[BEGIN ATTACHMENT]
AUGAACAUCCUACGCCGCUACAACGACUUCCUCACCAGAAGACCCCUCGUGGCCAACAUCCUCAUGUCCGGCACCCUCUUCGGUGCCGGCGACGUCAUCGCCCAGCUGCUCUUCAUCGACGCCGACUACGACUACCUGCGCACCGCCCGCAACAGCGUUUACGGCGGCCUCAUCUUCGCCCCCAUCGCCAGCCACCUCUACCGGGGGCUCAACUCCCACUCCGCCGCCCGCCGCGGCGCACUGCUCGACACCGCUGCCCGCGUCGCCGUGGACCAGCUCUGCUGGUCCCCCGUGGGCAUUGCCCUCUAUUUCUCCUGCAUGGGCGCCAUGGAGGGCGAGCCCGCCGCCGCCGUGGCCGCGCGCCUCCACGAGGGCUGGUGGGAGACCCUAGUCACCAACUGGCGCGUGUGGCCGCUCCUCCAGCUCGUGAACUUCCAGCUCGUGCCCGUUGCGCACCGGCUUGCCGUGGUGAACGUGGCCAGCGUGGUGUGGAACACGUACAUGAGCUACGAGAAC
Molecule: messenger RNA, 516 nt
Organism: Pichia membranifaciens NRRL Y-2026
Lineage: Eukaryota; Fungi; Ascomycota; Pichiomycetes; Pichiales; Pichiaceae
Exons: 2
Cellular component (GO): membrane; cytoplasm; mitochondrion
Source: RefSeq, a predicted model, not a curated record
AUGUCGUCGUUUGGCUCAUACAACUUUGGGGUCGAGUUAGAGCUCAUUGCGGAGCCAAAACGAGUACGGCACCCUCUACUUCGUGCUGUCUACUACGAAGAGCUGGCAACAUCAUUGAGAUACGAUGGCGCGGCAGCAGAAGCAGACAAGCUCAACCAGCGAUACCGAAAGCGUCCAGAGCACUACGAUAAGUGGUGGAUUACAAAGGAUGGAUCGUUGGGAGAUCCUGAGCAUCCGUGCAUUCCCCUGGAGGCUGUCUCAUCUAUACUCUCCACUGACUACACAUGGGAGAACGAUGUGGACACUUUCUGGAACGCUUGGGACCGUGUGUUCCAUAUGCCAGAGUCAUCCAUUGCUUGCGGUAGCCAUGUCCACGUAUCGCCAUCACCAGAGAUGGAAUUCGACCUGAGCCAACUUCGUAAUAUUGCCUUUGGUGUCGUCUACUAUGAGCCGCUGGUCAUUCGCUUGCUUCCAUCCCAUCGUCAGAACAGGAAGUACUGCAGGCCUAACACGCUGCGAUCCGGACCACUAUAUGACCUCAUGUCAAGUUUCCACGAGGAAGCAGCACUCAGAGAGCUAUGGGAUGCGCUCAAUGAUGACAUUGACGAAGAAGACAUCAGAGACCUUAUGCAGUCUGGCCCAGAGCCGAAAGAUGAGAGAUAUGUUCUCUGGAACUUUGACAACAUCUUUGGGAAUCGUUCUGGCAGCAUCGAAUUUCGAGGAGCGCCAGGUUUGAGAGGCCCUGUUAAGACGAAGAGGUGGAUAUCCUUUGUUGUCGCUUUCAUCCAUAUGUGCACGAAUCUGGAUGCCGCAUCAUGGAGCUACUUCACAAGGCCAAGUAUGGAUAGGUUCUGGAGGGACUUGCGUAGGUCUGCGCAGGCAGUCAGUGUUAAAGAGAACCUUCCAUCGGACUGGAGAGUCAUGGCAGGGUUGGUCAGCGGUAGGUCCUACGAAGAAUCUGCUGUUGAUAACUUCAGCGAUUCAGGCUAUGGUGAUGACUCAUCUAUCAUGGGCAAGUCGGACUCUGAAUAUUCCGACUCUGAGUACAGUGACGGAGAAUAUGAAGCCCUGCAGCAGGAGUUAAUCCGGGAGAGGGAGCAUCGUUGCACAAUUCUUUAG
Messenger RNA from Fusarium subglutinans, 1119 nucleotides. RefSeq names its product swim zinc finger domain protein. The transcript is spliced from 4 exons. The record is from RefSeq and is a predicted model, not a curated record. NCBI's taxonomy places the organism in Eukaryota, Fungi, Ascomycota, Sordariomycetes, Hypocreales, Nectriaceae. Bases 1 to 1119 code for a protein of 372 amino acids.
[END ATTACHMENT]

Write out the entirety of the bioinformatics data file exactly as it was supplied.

AUGAACAUCCUACGCCGCUACAACGACUUCCUCACCAGAAGACCCCUCGUGGCCAACAUCCUCAUGUCCGGCACCCUCUUCGGUGCCGGCGACGUCAUCGCCCAGCUGCUCUUCAUCGACGCCGACUACGACUACCUGCGCACCGCCCGCAACAGCGUUUACGGCGGCCUCAUCUUCGCCCCCAUCGCCAGCCACCUCUACCGGGGGCUCAACUCCCACUCCGCCGCCCGCCGCGGCGCACUGCUCGACACCGCUGCCCGCGUCGCCGUGGACCAGCUCUGCUGGUCCCCCGUGGGCAUUGCCCUCUAUUUCUCCUGCAUGGGCGCCAUGGAGGGCGAGCCCGCCGCCGCCGUGGCCGCGCGCCUCCACGAGGGCUGGUGGGAGACCCUAGUCACCAACUGGCGCGUGUGGCCGCUCCUCCAGCUCGUGAACUUCCAGCUCGUGCCCGUUGCGCACCGGCUUGCCGUGGUGAACGUGGCCAGCGUGGUGUGGAACACGUACAUGAGCUACGAGAAC
Molecule: messenger RNA, 516 nt
Organism: Pichia membranifaciens NRRL Y-2026
Lineage: Eukaryota; Fungi; Ascomycota; Pichiomycetes; Pichiales; Pichiaceae
Exons: 2
Cellular component (GO): membrane; cytoplasm; mitochondrion
Source: RefSeq, a predicted model, not a curated record
AUGUCGUCGUUUGGCUCAUACAACUUUGGGGUCGAGUUAGAGCUCAUUGCGGAGCCAAAACGAGUACGGCACCCUCUACUUCGUGCUGUCUACUACGAAGAGCUGGCAACAUCAUUGAGAUACGAUGGCGCGGCAGCAGAAGCAGACAAGCUCAACCAGCGAUACCGAAAGCGUCCAGAGCACUACGAUAAGUGGUGGAUUACAAAGGAUGGAUCGUUGGGAGAUCCUGAGCAUCCGUGCAUUCCCCUGGAGGCUGUCUCAUCUAUACUCUCCACUGACUACACAUGGGAGAACGAUGUGGACACUUUCUGGAACGCUUGGGACCGUGUGUUCCAUAUGCCAGAGUCAUCCAUUGCUUGCGGUAGCCAUGUCCACGUAUCGCCAUCACCAGAGAUGGAAUUCGACCUGAGCCAACUUCGUAAUAUUGCCUUUGGUGUCGUCUACUAUGAGCCGCUGGUCAUUCGCUUGCUUCCAUCCCAUCGUCAGAACAGGAAGUACUGCAGGCCUAACACGCUGCGAUCCGGACCACUAUAUGACCUCAUGUCAAGUUUCCACGAGGAAGCAGCACUCAGAGAGCUAUGGGAUGCGCUCAAUGAUGACAUUGACGAAGAAGACAUCAGAGACCUUAUGCAGUCUGGCCCAGAGCCGAAAGAUGAGAGAUAUGUUCUCUGGAACUUUGACAACAUCUUUGGGAAUCGUUCUGGCAGCAUCGAAUUUCGAGGAGCGCCAGGUUUGAGAGGCCCUGUUAAGACGAAGAGGUGGAUAUCCUUUGUUGUCGCUUUCAUCCAUAUGUGCACGAAUCUGGAUGCCGCAUCAUGGAGCUACUUCACAAGGCCAAGUAUGGAUAGGUUCUGGAGGGACUUGCGUAGGUCUGCGCAGGCAGUCAGUGUUAAAGAGAACCUUCCAUCGGACUGGAGAGUCAUGGCAGGGUUGGUCAGCGGUAGGUCCUACGAAGAAUCUGCUGUUGAUAACUUCAGCGAUUCAGGCUAUGGUGAUGACUCAUCUAUCAUGGGCAAGUCGGACUCUGAAUAUUCCGACUCUGAGUACAGUGACGGAGAAUAUGAAGCCCUGCAGCAGGAGUUAAUCCGGGAGAGGGAGCAUCGUUGCACAAUUCUUUAG
Messenger RNA from Fusarium subglutinans, 1119 nucleotides. RefSeq names its product swim zinc finger domain protein. The transcript is spliced from 4 exons. The record is from RefSeq and is a predicted model, not a curated record. NCBI's taxonomy places the organism in Eukaryota, Fungi, Ascomycota, Sordariomycetes, Hypocreales, Nectriaceae. Bases 1 to 1119 code for a protein of 372 amino acids.